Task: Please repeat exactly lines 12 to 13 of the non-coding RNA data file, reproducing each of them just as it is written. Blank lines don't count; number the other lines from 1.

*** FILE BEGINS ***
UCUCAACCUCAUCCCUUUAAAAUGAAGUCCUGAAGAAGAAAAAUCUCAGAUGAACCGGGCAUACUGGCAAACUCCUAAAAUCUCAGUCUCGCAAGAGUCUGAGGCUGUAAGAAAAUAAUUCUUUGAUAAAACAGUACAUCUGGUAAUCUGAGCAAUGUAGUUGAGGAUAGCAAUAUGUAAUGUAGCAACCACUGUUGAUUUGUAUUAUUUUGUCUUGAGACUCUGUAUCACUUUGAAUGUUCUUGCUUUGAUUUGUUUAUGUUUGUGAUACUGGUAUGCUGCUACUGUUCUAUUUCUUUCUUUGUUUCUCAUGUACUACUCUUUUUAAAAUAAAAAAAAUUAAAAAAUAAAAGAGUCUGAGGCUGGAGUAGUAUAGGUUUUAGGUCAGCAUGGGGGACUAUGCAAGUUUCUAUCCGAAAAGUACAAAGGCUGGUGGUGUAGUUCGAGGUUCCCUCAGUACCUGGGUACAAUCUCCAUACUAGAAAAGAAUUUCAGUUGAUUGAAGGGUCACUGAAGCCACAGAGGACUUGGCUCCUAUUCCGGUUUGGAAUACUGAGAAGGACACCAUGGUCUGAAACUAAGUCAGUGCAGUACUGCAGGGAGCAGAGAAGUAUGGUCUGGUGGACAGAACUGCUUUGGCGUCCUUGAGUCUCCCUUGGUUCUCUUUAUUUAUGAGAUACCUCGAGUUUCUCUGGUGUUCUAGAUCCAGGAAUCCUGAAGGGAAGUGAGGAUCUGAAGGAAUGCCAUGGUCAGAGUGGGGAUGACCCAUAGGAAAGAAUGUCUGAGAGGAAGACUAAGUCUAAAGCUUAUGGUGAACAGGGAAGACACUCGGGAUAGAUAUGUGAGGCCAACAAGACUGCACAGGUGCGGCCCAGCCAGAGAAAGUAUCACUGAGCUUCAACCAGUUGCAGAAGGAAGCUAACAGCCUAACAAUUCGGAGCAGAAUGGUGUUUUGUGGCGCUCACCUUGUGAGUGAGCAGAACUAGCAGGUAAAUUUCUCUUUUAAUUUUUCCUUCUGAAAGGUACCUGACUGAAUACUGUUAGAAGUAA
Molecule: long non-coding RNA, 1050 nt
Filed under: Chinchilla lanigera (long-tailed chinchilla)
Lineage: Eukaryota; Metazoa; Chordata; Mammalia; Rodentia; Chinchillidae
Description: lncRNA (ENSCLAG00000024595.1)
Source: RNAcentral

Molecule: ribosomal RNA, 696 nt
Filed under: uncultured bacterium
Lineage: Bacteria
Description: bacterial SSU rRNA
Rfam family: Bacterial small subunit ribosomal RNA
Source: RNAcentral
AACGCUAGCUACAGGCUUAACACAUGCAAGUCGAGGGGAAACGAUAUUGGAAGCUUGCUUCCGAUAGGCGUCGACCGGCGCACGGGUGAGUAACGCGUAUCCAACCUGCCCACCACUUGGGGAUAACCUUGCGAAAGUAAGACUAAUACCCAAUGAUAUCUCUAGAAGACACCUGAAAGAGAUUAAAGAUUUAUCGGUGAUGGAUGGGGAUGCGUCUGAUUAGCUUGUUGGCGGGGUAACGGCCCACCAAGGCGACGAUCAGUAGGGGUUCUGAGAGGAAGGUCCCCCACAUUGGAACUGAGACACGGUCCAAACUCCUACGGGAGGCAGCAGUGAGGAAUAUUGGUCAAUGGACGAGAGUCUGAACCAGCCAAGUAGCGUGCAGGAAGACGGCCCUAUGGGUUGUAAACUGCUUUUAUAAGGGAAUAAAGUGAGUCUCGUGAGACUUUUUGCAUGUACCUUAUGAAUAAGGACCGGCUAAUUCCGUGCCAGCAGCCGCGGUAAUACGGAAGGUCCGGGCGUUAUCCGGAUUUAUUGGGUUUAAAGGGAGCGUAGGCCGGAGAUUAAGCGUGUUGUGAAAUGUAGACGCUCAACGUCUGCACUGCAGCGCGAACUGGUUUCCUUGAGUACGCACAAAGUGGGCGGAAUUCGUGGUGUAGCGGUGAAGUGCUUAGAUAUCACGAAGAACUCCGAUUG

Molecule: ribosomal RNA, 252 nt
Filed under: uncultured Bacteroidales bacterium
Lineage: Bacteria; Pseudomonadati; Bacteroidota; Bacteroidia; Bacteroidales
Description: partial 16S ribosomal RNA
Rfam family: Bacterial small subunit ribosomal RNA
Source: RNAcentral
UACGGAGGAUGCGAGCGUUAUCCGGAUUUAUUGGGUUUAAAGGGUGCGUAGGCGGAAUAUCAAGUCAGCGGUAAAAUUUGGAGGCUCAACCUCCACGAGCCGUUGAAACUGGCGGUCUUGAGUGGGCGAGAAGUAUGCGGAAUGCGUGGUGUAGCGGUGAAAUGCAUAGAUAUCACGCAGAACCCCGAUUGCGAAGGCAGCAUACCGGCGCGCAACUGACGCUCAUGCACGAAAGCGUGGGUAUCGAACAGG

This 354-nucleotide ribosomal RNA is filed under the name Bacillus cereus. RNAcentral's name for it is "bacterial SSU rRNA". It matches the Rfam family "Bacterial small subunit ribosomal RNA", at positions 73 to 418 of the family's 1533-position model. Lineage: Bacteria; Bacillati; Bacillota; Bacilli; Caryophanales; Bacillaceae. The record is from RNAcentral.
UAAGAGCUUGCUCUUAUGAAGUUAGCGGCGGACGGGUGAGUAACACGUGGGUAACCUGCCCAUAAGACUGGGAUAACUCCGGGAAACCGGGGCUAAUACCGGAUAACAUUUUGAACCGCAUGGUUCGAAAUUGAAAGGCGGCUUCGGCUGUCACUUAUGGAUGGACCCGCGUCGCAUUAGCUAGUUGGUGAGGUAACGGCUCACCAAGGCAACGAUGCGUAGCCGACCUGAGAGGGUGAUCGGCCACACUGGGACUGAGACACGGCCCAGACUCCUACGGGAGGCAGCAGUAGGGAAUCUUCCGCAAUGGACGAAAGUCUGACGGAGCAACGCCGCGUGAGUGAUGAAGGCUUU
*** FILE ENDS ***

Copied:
Source: RNAcentral
AACGCUAGCUACAGGCUUAACACAUGCAAGUCGAGGGGAAACGAUAUUGGAAGCUUGCUUCCGAUAGGCGUCGACCGGCGCACGGGUGAGUAACGCGUAUCCAACCUGCCCACCACUUGGGGAUAACCUUGCGAAAGUAAGACUAAUACCCAAUGAUAUCUCUAGAAGACACCUGAAAGAGAUUAAAGAUUUAUCGGUGAUGGAUGGGGAUGCGUCUGAUUAGCUUGUUGGCGGGGUAACGGCCCACCAAGGCGACGAUCAGUAGGGGUUCUGAGAGGAAGGUCCCCCACAUUGGAACUGAGACACGGUCCAAACUCCUACGGGAGGCAGCAGUGAGGAAUAUUGGUCAAUGGACGAGAGUCUGAACCAGCCAAGUAGCGUGCAGGAAGACGGCCCUAUGGGUUGUAAACUGCUUUUAUAAGGGAAUAAAGUGAGUCUCGUGAGACUUUUUGCAUGUACCUUAUGAAUAAGGACCGGCUAAUUCCGUGCCAGCAGCCGCGGUAAUACGGAAGGUCCGGGCGUUAUCCGGAUUUAUUGGGUUUAAAGGGAGCGUAGGCCGGAGAUUAAGCGUGUUGUGAAAUGUAGACGCUCAACGUCUGCACUGCAGCGCGAACUGGUUUCCUUGAGUACGCACAAAGUGGGCGGAAUUCGUGGUGUAGCGGUGAAGUGCUUAGAUAUCACGAAGAACUCCGAUUG